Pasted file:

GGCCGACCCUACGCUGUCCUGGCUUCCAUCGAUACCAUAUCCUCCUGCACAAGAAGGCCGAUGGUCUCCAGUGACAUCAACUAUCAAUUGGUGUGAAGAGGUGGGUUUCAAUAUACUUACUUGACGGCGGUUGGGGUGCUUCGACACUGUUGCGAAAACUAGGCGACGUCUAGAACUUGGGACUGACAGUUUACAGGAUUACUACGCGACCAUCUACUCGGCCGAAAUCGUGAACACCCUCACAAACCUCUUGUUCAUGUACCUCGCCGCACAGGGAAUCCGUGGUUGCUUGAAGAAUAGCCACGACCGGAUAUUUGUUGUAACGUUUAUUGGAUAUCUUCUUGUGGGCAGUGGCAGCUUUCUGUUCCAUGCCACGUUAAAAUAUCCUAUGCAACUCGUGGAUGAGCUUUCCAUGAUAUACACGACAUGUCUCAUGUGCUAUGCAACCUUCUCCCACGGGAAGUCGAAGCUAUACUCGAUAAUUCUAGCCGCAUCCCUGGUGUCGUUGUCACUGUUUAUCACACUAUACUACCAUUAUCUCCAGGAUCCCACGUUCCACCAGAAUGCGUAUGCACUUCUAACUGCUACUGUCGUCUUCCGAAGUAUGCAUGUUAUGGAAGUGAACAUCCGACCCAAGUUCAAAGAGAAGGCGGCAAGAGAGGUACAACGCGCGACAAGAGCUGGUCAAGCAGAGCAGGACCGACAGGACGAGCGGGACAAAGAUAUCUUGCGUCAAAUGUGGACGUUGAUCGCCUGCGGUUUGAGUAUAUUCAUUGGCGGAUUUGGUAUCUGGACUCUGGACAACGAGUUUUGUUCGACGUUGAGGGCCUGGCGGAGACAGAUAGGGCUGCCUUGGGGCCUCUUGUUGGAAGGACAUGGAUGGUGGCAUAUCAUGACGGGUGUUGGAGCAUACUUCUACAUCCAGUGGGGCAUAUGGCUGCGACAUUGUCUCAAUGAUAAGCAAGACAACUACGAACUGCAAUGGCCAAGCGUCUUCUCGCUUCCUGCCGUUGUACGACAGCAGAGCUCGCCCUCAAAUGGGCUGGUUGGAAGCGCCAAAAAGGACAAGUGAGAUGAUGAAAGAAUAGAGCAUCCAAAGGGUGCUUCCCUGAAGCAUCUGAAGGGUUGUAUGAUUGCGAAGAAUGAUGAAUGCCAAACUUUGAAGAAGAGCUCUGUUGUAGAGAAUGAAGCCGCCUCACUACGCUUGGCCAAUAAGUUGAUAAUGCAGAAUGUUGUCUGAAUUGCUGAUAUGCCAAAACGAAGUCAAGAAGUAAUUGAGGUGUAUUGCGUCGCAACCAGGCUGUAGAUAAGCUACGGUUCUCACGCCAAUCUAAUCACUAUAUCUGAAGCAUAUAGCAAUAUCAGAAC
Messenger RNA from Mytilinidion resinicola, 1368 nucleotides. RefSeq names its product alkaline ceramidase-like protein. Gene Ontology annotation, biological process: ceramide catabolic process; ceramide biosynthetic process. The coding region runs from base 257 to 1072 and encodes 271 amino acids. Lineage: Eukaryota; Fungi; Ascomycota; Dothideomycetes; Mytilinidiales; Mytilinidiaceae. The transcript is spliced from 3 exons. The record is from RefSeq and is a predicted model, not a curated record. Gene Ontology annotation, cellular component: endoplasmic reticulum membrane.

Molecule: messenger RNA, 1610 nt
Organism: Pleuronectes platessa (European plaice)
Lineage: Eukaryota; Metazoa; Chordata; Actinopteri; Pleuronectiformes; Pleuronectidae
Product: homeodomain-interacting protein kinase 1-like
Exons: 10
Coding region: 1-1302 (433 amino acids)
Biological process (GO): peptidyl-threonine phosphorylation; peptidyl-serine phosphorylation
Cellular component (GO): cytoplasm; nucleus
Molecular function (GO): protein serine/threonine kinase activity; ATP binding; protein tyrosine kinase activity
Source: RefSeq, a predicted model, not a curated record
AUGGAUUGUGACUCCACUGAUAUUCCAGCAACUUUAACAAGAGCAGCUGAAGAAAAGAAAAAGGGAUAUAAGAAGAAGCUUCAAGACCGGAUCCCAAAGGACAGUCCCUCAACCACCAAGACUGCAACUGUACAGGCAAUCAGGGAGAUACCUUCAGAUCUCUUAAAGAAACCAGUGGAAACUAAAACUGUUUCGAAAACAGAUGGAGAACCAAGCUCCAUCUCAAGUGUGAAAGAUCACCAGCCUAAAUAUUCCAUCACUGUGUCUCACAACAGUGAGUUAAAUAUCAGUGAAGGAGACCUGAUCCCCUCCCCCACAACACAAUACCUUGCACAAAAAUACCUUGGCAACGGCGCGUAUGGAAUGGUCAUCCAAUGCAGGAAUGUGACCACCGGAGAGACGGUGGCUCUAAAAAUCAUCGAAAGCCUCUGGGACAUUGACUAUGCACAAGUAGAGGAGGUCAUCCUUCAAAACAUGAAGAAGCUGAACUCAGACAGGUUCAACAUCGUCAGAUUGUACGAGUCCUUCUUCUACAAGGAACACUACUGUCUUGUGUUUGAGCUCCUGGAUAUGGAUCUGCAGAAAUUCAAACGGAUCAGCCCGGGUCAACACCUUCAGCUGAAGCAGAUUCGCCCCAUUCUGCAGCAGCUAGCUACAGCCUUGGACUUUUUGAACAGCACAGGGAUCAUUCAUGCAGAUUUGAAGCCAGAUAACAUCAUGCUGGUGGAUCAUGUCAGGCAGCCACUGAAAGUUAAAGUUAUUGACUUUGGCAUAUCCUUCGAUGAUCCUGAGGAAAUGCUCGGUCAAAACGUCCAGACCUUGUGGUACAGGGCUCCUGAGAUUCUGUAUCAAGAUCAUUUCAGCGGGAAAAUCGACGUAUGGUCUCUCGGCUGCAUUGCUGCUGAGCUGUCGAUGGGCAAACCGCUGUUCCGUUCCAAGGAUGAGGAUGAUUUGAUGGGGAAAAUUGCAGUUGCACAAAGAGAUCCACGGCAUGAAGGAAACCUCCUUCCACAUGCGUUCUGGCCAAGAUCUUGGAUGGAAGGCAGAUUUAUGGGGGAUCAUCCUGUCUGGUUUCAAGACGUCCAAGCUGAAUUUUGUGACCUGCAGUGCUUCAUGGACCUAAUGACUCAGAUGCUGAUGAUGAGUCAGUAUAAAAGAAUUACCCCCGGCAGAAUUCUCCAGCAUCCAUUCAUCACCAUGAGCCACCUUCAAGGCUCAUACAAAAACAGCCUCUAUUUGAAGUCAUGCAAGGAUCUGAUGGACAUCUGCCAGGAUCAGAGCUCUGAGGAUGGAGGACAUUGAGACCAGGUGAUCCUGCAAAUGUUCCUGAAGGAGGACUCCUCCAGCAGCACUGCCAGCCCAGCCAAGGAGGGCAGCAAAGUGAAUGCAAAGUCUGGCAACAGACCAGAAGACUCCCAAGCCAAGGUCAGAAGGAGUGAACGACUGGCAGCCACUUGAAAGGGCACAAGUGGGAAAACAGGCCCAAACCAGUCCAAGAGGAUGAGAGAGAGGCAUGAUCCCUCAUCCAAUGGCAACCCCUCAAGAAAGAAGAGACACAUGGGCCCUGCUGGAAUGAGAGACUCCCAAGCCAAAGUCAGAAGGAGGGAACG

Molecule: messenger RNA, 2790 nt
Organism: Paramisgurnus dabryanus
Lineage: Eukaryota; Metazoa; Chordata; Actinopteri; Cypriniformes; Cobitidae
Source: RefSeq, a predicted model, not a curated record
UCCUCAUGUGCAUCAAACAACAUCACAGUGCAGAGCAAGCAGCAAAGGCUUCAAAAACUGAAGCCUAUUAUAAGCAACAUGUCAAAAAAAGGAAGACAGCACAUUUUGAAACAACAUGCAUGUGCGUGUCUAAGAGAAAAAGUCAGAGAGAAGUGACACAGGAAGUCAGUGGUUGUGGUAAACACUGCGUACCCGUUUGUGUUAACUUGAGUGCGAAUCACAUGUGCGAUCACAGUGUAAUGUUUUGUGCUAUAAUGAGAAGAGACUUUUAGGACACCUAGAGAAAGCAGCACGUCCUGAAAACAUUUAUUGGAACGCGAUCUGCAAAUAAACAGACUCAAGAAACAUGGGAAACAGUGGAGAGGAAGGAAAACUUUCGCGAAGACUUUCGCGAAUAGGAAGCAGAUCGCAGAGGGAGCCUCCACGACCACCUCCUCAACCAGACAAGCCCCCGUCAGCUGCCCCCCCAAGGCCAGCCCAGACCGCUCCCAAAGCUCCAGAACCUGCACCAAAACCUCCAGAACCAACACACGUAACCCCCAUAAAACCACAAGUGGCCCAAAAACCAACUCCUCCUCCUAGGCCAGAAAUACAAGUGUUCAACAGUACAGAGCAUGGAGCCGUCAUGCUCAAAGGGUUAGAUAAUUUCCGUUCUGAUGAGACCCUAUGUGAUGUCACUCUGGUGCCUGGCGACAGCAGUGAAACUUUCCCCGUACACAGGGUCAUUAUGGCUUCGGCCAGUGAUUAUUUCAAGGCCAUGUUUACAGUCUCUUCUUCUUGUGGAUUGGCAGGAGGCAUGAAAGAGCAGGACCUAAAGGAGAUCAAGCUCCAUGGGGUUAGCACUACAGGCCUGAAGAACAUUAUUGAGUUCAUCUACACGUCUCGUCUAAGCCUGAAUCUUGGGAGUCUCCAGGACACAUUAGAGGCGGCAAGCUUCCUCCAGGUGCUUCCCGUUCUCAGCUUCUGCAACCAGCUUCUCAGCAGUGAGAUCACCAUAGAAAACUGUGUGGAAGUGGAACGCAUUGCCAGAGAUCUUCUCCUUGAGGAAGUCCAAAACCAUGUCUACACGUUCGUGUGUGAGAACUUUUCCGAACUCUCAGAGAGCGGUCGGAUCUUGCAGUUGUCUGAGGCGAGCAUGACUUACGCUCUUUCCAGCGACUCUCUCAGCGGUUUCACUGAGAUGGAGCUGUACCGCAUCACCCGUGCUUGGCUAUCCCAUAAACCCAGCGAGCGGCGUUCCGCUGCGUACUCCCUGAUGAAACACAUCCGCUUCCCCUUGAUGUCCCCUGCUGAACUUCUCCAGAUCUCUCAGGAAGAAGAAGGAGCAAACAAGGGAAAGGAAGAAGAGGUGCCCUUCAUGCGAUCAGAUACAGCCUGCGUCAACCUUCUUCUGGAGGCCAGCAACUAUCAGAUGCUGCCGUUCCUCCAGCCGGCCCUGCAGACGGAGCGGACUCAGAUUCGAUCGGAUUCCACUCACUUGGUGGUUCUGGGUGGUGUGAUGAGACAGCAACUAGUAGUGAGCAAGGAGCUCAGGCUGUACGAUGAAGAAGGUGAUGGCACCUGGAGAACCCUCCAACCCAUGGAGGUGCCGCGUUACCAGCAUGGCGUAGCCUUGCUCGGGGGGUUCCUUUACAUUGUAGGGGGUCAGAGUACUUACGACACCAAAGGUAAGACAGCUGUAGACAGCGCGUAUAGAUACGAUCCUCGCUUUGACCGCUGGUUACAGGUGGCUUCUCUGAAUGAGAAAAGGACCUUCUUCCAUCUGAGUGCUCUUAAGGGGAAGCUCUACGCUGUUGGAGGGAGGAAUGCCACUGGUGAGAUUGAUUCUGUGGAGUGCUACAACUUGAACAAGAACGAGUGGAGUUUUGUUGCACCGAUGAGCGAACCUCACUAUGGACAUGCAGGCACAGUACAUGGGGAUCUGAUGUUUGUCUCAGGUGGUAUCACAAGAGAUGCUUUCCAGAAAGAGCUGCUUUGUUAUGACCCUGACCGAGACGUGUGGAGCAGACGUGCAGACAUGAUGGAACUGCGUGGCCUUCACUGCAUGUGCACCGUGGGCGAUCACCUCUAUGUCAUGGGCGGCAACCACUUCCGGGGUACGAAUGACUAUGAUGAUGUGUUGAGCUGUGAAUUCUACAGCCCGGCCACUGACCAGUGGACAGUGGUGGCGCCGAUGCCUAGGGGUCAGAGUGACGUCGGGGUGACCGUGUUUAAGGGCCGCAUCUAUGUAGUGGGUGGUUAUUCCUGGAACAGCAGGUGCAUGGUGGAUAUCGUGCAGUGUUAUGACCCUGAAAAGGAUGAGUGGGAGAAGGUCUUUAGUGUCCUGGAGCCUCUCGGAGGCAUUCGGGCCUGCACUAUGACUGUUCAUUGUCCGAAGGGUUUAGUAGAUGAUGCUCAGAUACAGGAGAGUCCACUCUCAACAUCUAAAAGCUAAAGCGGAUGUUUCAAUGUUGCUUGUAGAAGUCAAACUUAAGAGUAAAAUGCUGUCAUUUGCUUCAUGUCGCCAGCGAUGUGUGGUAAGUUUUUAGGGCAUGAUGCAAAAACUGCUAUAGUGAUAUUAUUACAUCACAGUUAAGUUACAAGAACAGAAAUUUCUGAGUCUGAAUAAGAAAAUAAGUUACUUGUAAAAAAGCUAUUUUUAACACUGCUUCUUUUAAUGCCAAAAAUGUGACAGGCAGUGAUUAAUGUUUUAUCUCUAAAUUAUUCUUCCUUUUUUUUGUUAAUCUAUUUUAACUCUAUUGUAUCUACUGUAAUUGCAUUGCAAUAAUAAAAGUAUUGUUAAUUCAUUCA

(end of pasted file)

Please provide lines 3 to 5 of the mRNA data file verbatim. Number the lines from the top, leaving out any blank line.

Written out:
Molecule: messenger RNA, 1610 nt
Organism: Pleuronectes platessa (European plaice)
Lineage: Eukaryota; Metazoa; Chordata; Actinopteri; Pleuronectiformes; Pleuronectidae